Data visualization on tablet devices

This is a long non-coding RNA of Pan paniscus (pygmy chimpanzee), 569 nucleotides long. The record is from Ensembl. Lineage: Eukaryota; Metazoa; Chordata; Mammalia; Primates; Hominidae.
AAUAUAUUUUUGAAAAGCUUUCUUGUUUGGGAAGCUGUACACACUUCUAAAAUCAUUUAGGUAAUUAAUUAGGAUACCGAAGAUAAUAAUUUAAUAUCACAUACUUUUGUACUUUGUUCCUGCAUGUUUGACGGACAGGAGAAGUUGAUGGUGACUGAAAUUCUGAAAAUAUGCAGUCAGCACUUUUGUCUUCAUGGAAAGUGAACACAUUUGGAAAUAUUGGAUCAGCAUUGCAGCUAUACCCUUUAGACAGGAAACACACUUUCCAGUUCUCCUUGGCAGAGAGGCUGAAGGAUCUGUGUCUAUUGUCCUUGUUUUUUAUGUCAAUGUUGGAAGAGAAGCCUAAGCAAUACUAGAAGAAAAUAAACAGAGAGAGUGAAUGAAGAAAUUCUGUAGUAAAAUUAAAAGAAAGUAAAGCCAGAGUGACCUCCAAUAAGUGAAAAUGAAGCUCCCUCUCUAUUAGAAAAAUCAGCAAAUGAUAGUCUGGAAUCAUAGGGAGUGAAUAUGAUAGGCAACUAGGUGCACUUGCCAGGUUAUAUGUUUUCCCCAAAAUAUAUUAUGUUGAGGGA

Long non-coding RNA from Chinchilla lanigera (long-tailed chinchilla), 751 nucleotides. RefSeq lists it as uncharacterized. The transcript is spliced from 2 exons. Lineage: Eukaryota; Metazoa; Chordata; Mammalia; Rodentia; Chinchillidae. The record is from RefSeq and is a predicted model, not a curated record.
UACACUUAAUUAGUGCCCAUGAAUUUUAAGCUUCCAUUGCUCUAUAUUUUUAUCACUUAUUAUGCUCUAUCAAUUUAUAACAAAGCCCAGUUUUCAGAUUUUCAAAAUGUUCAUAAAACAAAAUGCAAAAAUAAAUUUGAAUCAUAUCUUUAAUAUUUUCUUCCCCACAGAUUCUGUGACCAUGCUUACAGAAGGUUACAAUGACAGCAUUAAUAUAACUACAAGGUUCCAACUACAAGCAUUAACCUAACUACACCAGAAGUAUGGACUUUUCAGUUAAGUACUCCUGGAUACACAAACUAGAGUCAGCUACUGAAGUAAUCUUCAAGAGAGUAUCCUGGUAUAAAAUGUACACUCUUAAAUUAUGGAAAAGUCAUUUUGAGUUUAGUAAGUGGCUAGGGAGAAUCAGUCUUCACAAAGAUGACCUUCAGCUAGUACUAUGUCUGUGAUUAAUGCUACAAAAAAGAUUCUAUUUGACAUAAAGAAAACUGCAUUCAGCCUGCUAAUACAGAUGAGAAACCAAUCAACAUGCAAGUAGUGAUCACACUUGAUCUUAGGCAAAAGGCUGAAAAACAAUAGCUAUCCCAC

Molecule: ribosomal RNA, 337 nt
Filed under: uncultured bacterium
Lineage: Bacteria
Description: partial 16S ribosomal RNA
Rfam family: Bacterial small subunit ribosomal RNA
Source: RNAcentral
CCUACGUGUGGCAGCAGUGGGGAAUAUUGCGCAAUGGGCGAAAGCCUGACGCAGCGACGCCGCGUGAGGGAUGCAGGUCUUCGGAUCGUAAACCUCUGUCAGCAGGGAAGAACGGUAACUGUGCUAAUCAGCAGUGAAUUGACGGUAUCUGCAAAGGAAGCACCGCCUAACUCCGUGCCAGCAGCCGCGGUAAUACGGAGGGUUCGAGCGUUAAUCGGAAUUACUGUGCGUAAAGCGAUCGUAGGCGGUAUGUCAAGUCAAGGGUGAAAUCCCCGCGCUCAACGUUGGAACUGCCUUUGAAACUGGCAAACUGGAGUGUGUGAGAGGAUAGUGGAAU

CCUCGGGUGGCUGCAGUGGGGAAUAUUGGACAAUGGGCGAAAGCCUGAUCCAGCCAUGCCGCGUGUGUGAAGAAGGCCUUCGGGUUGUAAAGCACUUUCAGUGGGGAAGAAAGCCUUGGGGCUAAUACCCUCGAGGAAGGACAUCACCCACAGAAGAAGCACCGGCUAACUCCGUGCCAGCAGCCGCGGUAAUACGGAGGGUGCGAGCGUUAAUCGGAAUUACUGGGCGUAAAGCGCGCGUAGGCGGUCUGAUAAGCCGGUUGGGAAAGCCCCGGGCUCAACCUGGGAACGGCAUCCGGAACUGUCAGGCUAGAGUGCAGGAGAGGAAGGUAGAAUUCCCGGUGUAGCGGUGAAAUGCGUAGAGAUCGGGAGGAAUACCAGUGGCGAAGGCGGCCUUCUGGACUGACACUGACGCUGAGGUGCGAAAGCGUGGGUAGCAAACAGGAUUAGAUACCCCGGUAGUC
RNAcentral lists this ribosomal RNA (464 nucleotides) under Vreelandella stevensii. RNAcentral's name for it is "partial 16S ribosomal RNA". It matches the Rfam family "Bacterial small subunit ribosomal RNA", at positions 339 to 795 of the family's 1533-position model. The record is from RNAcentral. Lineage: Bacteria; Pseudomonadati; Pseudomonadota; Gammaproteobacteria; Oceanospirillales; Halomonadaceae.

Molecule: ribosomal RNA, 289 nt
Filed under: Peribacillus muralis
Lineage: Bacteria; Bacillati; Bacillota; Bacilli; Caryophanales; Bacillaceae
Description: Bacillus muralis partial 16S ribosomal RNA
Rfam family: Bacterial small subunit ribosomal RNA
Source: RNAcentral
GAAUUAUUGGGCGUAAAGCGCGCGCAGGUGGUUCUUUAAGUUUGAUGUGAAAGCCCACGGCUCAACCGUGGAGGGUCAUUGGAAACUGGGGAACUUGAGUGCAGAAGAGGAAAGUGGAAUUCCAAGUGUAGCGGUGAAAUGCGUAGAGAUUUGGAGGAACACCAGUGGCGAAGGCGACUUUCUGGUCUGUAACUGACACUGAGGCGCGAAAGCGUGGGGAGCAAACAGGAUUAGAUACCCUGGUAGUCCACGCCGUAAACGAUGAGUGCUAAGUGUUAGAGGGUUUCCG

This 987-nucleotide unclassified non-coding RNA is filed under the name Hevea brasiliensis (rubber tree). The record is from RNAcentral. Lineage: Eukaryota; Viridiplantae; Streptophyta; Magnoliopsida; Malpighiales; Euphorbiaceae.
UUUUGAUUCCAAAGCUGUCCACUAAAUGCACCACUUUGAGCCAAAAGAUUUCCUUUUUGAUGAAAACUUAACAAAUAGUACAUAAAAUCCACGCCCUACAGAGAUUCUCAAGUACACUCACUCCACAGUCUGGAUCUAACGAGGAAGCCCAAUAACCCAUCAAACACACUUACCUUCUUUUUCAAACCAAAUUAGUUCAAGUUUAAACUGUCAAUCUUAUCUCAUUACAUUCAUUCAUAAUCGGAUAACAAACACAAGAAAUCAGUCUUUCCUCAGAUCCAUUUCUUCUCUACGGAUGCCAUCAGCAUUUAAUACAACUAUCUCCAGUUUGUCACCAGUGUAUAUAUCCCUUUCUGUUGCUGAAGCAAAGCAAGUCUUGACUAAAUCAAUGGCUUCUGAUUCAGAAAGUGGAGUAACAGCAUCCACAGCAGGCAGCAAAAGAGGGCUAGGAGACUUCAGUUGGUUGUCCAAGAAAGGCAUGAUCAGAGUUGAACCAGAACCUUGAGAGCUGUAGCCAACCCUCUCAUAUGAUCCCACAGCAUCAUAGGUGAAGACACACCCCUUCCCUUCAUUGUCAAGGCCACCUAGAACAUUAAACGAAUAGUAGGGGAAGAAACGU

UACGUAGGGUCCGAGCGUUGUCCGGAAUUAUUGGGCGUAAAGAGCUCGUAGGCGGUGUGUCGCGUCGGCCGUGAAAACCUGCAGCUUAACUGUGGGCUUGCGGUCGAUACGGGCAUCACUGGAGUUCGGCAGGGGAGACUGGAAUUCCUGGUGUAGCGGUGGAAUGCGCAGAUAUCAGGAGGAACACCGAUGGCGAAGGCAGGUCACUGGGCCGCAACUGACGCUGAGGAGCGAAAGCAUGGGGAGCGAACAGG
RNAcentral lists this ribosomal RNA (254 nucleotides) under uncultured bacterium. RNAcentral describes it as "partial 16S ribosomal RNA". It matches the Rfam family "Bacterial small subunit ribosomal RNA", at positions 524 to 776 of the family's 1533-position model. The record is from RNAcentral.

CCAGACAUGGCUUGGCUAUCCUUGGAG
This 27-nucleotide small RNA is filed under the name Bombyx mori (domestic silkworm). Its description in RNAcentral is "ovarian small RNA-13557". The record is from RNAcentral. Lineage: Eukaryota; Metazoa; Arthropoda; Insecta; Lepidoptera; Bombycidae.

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Multitouch input is now ubiquitous and the popularity of devices using it has grown tremendously in recent years. The ability to directly touch and manipulate data on the screen without using any intermediary devices is very appealing to people. This has resulted in a new generation of applications that are developed entirely for touch screens. However, one area with only a limited exposure to touch-based input is information visualization. This is in part due to the constraints of designing for touch: the absence of keyboard and mouse, typically small screen size of handheld devices, and the dependence of visualization applications on widgets such as buttons, sliders, menus, and dialog boxes. Touch input raises interesting questions for information visualization: What does it mean for visualization tools to exist and be effective in a cursor-less world? How do visualization techniques designed over the past 30 years adapt to interfaces devoid of mouse-input? Conversely, does touch input lead to increased efficiency or affect the way we understand data with visualizations? Through my work, I address these questions and others. Specifically, I understand, design, and develop capabilities for analyzing data within an information visualization system for tablet devices. I explore appropriate and effective visualization schemes for exposing crucial insights from data on tablets. I also develop new interaction techniques to support the rich set of operations, including advanced capabilities such as multiselection and layout, that people expect from information visualization systems. Through three evaluations, I capture the strengths of the system's utility and usability, both in short-term and long-term usage, and in comparison with a publicly available system.